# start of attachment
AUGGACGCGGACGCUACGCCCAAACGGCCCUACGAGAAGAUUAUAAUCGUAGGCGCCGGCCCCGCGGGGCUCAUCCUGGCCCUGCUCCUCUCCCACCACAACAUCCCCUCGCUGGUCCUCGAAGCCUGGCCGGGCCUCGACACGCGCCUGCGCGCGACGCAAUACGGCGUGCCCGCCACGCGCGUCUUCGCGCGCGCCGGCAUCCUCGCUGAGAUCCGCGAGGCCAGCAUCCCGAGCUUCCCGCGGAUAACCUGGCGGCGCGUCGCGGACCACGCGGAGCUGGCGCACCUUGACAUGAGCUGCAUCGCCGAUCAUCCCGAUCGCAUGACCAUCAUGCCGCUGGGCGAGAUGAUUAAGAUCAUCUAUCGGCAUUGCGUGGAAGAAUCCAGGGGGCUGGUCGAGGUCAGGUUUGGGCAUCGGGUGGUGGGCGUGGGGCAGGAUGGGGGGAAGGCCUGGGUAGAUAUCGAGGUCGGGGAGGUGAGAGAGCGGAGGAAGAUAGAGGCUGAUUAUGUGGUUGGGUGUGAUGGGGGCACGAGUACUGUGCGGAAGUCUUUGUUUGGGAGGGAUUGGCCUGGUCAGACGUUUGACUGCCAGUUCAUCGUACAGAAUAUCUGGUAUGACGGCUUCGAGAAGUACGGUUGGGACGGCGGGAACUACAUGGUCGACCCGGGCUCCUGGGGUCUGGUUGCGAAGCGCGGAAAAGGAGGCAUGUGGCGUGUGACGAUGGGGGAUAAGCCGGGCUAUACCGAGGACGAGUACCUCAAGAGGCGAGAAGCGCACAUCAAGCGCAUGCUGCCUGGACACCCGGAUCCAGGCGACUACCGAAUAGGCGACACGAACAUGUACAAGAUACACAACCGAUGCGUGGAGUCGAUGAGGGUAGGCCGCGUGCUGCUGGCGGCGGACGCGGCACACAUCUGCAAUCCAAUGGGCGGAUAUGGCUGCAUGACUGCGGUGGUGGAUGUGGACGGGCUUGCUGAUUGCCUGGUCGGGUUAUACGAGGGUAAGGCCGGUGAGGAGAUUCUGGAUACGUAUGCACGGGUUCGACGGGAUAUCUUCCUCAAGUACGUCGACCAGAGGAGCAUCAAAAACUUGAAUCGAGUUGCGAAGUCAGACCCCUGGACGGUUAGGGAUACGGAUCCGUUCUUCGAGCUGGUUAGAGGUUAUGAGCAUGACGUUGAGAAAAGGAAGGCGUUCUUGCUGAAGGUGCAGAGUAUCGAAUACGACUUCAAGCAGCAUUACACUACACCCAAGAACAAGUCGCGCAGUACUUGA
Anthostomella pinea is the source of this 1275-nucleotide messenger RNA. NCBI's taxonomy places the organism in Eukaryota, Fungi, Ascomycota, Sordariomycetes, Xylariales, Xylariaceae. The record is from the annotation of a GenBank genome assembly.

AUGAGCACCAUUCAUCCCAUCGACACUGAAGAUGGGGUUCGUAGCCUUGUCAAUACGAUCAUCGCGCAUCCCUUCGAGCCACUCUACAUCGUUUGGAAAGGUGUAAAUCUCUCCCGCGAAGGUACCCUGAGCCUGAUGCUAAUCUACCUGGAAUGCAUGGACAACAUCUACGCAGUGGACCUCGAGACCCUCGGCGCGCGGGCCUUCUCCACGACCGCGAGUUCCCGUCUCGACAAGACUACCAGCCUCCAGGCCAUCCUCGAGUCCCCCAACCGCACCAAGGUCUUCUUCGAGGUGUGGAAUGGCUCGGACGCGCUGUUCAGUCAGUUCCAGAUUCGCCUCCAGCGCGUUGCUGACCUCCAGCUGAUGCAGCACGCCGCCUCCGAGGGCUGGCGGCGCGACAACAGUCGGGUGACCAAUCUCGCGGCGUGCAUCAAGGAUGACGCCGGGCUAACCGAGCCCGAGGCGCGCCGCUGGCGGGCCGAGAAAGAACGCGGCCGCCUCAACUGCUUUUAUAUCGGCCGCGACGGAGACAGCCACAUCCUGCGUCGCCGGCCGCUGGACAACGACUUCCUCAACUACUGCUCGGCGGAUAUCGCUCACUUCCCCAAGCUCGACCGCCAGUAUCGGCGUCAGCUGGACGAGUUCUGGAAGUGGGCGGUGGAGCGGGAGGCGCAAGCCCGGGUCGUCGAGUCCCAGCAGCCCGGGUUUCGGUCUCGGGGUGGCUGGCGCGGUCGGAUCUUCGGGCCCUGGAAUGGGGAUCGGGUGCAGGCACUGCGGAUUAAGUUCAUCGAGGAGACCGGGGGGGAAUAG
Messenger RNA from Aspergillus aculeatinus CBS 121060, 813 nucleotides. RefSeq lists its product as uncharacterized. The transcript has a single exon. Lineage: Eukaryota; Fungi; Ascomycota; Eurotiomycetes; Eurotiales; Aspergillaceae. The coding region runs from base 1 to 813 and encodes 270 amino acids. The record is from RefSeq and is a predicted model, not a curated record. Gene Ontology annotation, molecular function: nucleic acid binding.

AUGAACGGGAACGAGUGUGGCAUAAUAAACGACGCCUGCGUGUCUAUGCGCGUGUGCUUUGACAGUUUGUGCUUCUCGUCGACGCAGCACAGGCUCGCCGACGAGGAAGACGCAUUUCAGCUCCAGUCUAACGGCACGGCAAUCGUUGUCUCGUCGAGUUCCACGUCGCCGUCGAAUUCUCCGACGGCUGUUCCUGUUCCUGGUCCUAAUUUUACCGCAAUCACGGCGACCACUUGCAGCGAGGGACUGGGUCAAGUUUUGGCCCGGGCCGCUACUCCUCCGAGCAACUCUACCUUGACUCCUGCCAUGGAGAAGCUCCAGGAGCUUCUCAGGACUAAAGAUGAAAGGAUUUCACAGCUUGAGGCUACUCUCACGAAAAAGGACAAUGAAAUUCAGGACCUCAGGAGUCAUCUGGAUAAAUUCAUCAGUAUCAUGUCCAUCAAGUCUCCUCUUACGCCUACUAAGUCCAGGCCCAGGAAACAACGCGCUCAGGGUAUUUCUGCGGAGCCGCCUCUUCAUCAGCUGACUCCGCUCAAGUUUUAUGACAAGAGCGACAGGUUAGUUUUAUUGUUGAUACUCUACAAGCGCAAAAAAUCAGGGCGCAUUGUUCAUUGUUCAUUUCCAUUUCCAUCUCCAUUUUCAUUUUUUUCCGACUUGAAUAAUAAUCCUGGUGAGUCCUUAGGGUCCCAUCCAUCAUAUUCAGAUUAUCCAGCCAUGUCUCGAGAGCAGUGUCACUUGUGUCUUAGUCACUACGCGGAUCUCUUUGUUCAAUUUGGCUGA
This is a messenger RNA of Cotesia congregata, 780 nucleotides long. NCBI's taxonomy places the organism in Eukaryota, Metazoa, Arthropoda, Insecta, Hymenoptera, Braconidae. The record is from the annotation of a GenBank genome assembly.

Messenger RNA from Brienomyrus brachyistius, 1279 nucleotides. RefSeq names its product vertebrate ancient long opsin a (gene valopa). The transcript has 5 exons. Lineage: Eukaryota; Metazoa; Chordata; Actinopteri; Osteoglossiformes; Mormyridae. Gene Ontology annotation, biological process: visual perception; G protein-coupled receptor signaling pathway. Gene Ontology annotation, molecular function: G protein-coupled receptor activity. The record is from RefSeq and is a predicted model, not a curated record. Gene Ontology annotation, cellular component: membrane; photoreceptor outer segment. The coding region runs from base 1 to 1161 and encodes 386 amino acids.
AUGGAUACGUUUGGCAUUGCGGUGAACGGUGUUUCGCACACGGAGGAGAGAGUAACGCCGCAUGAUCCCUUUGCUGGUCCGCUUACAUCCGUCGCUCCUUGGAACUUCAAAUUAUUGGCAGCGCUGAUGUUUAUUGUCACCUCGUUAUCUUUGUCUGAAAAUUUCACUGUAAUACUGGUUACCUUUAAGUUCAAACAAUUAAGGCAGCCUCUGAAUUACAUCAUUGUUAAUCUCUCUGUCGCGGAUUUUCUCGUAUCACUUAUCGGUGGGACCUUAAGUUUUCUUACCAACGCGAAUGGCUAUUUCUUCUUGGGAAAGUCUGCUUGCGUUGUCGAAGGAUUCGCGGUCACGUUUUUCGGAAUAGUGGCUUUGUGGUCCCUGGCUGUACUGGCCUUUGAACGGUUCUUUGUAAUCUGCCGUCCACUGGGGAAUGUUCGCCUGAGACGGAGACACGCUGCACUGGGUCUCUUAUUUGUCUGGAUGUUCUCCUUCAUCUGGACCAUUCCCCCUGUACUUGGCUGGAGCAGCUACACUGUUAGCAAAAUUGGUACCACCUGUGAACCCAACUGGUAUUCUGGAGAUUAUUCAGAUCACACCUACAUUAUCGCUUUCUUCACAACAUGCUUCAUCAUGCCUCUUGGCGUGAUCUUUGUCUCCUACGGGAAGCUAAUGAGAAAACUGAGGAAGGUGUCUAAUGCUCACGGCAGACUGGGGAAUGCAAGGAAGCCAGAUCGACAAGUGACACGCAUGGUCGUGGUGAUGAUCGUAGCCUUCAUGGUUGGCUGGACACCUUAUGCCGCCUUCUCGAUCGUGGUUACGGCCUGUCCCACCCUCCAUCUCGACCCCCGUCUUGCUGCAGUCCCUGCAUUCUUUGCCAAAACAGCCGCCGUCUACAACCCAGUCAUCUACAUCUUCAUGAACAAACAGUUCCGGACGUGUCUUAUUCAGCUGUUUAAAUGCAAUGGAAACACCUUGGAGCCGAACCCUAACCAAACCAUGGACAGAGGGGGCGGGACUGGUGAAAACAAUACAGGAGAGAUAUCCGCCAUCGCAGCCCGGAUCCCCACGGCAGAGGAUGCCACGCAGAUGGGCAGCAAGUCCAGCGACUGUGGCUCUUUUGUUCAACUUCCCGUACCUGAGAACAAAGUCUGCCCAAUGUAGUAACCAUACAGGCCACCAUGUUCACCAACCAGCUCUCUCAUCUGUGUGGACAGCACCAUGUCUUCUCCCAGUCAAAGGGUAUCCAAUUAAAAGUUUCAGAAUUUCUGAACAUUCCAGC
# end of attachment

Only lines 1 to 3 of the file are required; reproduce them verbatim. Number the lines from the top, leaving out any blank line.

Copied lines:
AUGGACGCGGACGCUACGCCCAAACGGCCCUACGAGAAGAUUAUAAUCGUAGGCGCCGGCCCCGCGGGGCUCAUCCUGGCCCUGCUCCUCUCCCACCACAACAUCCCCUCGCUGGUCCUCGAAGCCUGGCCGGGCCUCGACACGCGCCUGCGCGCGACGCAAUACGGCGUGCCCGCCACGCGCGUCUUCGCGCGCGCCGGCAUCCUCGCUGAGAUCCGCGAGGCCAGCAUCCCGAGCUUCCCGCGGAUAACCUGGCGGCGCGUCGCGGACCACGCGGAGCUGGCGCACCUUGACAUGAGCUGCAUCGCCGAUCAUCCCGAUCGCAUGACCAUCAUGCCGCUGGGCGAGAUGAUUAAGAUCAUCUAUCGGCAUUGCGUGGAAGAAUCCAGGGGGCUGGUCGAGGUCAGGUUUGGGCAUCGGGUGGUGGGCGUGGGGCAGGAUGGGGGGAAGGCCUGGGUAGAUAUCGAGGUCGGGGAGGUGAGAGAGCGGAGGAAGAUAGAGGCUGAUUAUGUGGUUGGGUGUGAUGGGGGCACGAGUACUGUGCGGAAGUCUUUGUUUGGGAGGGAUUGGCCUGGUCAGACGUUUGACUGCCAGUUCAUCGUACAGAAUAUCUGGUAUGACGGCUUCGAGAAGUACGGUUGGGACGGCGGGAACUACAUGGUCGACCCGGGCUCCUGGGGUCUGGUUGCGAAGCGCGGAAAAGGAGGCAUGUGGCGUGUGACGAUGGGGGAUAAGCCGGGCUAUACCGAGGACGAGUACCUCAAGAGGCGAGAAGCGCACAUCAAGCGCAUGCUGCCUGGACACCCGGAUCCAGGCGACUACCGAAUAGGCGACACGAACAUGUACAAGAUACACAACCGAUGCGUGGAGUCGAUGAGGGUAGGCCGCGUGCUGCUGGCGGCGGACGCGGCACACAUCUGCAAUCCAAUGGGCGGAUAUGGCUGCAUGACUGCGGUGGUGGAUGUGGACGGGCUUGCUGAUUGCCUGGUCGGGUUAUACGAGGGUAAGGCCGGUGAGGAGAUUCUGGAUACGUAUGCACGGGUUCGACGGGAUAUCUUCCUCAAGUACGUCGACCAGAGGAGCAUCAAAAACUUGAAUCGAGUUGCGAAGUCAGACCCCUGGACGGUUAGGGAUACGGAUCCGUUCUUCGAGCUGGUUAGAGGUUAUGAGCAUGACGUUGAGAAAAGGAAGGCGUUCUUGCUGAAGGUGCAGAGUAUCGAAUACGACUUCAAGCAGCAUUACACUACACCCAAGAACAAGUCGCGCAGUACUUGA
Anthostomella pinea is the source of this 1275-nucleotide messenger RNA. NCBI's taxonomy places the organism in Eukaryota, Fungi, Ascomycota, Sordariomycetes, Xylariales, Xylariaceae. The record is from the annotation of a GenBank genome assembly.

AUGAGCACCAUUCAUCCCAUCGACACUGAAGAUGGGGUUCGUAGCCUUGUCAAUACGAUCAUCGCGCAUCCCUUCGAGCCACUCUACAUCGUUUGGAAAGGUGUAAAUCUCUCCCGCGAAGGUACCCUGAGCCUGAUGCUAAUCUACCUGGAAUGCAUGGACAACAUCUACGCAGUGGACCUCGAGACCCUCGGCGCGCGGGCCUUCUCCACGACCGCGAGUUCCCGUCUCGACAAGACUACCAGCCUCCAGGCCAUCCUCGAGUCCCCCAACCGCACCAAGGUCUUCUUCGAGGUGUGGAAUGGCUCGGACGCGCUGUUCAGUCAGUUCCAGAUUCGCCUCCAGCGCGUUGCUGACCUCCAGCUGAUGCAGCACGCCGCCUCCGAGGGCUGGCGGCGCGACAACAGUCGGGUGACCAAUCUCGCGGCGUGCAUCAAGGAUGACGCCGGGCUAACCGAGCCCGAGGCGCGCCGCUGGCGGGCCGAGAAAGAACGCGGCCGCCUCAACUGCUUUUAUAUCGGCCGCGACGGAGACAGCCACAUCCUGCGUCGCCGGCCGCUGGACAACGACUUCCUCAACUACUGCUCGGCGGAUAUCGCUCACUUCCCCAAGCUCGACCGCCAGUAUCGGCGUCAGCUGGACGAGUUCUGGAAGUGGGCGGUGGAGCGGGAGGCGCAAGCCCGGGUCGUCGAGUCCCAGCAGCCCGGGUUUCGGUCUCGGGGUGGCUGGCGCGGUCGGAUCUUCGGGCCCUGGAAUGGGGAUCGGGUGCAGGCACUGCGGAUUAAGUUCAUCGAGGAGACCGGGGGGGAAUAG